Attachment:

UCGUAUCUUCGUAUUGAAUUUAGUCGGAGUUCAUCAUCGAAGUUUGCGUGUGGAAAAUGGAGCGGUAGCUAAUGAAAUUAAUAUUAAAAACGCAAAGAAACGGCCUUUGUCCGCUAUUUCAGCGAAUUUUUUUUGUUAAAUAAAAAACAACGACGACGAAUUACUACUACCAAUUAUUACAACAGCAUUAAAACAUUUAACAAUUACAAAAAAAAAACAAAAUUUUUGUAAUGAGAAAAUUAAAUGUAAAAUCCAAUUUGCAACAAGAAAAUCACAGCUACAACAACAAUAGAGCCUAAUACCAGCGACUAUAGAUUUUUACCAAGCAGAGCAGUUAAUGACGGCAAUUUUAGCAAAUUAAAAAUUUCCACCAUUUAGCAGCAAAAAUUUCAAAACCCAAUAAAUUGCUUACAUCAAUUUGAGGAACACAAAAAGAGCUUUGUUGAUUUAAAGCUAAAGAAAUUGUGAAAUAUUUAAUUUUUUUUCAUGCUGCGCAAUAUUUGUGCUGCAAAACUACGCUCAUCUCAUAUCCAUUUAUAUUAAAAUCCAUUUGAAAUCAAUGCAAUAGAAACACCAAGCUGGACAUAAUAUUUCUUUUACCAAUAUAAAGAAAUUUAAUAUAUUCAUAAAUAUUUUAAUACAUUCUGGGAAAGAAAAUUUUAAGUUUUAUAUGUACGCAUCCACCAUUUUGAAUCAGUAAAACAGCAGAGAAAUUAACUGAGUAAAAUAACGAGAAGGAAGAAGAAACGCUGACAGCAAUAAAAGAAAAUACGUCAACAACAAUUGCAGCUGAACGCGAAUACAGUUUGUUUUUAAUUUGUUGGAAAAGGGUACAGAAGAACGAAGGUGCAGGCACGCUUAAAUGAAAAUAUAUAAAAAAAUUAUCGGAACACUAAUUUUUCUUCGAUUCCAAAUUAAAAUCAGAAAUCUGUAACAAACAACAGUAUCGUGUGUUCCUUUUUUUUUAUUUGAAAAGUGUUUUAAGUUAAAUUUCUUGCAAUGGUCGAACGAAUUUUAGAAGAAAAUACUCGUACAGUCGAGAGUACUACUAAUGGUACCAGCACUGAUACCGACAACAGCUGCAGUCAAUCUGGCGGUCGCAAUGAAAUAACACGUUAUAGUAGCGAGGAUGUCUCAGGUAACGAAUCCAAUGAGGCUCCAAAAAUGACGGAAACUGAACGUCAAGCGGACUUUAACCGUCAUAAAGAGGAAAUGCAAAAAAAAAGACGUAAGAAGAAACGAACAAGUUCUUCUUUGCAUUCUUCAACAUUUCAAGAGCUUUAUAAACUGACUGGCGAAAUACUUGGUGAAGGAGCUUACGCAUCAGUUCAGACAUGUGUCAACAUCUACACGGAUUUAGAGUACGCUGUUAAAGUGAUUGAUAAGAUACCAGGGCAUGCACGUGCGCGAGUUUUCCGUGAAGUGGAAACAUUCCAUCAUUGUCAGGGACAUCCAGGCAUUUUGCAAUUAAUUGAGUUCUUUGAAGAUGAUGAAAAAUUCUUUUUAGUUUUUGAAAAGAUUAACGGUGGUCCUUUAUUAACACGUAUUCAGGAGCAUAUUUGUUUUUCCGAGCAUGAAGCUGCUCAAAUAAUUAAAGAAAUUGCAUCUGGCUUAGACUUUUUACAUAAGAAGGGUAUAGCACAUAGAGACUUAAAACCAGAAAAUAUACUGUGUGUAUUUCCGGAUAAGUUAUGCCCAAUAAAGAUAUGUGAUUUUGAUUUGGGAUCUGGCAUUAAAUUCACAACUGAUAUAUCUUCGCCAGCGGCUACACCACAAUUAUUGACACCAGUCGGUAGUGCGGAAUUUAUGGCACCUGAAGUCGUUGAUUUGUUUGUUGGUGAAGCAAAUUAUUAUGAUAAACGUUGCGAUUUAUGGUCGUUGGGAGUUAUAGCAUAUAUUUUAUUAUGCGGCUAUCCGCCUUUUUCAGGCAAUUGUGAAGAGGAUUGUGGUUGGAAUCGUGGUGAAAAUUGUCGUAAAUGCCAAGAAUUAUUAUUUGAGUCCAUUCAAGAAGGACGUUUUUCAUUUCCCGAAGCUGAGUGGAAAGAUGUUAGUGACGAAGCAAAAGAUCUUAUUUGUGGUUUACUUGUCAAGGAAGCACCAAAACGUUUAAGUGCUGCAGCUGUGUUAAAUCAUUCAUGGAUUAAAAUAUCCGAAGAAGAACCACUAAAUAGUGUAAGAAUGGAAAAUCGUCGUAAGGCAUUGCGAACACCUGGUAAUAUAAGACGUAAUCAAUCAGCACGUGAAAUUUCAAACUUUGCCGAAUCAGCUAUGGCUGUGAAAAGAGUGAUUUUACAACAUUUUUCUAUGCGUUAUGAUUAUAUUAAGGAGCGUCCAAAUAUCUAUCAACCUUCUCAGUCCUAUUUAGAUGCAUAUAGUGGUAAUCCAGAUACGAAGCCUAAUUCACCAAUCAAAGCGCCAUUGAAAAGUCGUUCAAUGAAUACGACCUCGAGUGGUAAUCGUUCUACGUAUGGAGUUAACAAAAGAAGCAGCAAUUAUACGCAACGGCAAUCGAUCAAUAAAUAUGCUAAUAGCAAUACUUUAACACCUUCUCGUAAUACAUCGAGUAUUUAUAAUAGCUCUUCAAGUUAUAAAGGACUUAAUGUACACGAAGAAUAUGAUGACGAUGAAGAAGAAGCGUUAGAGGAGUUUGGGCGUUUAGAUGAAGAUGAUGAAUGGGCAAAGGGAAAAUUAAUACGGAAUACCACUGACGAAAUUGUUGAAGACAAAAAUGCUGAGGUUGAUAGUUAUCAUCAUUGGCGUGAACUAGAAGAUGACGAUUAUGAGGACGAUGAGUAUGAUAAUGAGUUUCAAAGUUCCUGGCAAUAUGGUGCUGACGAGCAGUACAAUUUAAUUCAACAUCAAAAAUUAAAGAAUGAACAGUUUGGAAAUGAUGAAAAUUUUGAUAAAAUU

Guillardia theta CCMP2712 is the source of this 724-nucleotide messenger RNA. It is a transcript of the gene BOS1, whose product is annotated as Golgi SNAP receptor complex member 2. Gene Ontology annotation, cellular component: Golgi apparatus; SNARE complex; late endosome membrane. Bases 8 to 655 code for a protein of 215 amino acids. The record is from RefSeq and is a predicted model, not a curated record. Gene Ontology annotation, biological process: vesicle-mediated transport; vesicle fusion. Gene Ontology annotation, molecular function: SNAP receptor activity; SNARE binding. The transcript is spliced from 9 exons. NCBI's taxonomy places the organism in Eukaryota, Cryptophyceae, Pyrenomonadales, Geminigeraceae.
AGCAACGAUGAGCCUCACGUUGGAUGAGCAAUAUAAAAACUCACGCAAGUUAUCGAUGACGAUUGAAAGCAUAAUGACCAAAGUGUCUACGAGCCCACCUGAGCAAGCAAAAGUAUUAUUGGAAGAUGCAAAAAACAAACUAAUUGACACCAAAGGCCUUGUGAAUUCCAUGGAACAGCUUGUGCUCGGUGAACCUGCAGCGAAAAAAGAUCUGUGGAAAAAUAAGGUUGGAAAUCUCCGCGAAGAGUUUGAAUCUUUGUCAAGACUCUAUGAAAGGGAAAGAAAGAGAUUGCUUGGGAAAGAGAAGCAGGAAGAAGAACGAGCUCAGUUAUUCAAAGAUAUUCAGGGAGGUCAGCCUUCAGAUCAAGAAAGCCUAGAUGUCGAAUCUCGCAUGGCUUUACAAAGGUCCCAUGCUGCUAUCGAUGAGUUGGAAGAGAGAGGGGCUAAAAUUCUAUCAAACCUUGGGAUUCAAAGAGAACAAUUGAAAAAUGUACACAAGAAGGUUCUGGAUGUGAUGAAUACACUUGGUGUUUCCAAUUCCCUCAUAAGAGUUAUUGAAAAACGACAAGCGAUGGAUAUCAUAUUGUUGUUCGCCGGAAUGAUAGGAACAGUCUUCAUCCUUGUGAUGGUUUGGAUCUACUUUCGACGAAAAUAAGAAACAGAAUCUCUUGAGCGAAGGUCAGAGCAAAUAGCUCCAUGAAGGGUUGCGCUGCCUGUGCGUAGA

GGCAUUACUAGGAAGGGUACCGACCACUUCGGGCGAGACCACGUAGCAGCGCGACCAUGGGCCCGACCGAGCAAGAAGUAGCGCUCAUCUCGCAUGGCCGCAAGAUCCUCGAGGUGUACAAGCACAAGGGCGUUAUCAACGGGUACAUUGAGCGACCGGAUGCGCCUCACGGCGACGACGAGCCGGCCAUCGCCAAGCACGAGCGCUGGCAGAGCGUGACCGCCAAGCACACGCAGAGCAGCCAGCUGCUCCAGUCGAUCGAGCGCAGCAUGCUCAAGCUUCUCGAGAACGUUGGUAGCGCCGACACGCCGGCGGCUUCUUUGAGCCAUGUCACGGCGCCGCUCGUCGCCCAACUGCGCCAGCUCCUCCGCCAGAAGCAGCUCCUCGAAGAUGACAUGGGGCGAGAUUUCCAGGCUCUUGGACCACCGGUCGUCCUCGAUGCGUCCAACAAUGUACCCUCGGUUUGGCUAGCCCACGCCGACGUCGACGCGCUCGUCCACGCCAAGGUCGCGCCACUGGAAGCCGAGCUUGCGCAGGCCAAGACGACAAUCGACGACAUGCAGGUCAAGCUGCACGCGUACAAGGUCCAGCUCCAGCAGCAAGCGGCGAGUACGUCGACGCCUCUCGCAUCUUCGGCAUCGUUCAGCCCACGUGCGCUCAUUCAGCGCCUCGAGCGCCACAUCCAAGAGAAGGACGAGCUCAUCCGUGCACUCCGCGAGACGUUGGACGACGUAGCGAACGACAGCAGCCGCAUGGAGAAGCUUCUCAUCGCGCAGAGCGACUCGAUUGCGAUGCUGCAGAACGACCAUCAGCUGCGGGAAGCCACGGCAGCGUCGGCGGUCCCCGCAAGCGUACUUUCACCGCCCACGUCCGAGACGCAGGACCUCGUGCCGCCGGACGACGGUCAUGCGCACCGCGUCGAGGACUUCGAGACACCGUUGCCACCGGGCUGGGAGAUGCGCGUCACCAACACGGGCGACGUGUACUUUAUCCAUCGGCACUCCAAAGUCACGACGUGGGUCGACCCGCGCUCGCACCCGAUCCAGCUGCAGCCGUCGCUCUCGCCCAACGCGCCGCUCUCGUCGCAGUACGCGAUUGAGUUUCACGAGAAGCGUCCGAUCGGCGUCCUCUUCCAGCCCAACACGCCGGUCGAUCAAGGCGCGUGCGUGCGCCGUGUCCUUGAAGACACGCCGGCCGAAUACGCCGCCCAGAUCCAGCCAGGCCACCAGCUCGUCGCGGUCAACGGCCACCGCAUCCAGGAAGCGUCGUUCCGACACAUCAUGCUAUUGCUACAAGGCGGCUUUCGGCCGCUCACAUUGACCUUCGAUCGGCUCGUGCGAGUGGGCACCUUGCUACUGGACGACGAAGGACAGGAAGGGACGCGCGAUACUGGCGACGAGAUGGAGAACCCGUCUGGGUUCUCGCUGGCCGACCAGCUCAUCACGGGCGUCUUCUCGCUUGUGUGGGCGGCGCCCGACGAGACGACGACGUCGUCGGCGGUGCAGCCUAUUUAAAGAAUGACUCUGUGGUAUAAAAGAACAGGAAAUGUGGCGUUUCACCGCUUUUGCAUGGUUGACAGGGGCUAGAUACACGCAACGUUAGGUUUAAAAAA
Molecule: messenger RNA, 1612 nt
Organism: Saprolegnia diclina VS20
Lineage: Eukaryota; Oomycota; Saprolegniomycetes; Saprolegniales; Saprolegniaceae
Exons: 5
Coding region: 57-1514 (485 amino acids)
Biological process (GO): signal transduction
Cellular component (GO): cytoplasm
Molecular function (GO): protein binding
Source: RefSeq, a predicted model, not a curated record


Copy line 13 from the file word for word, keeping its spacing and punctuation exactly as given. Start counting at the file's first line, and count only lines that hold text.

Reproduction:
Source: RefSeq, a predicted model, not a curated record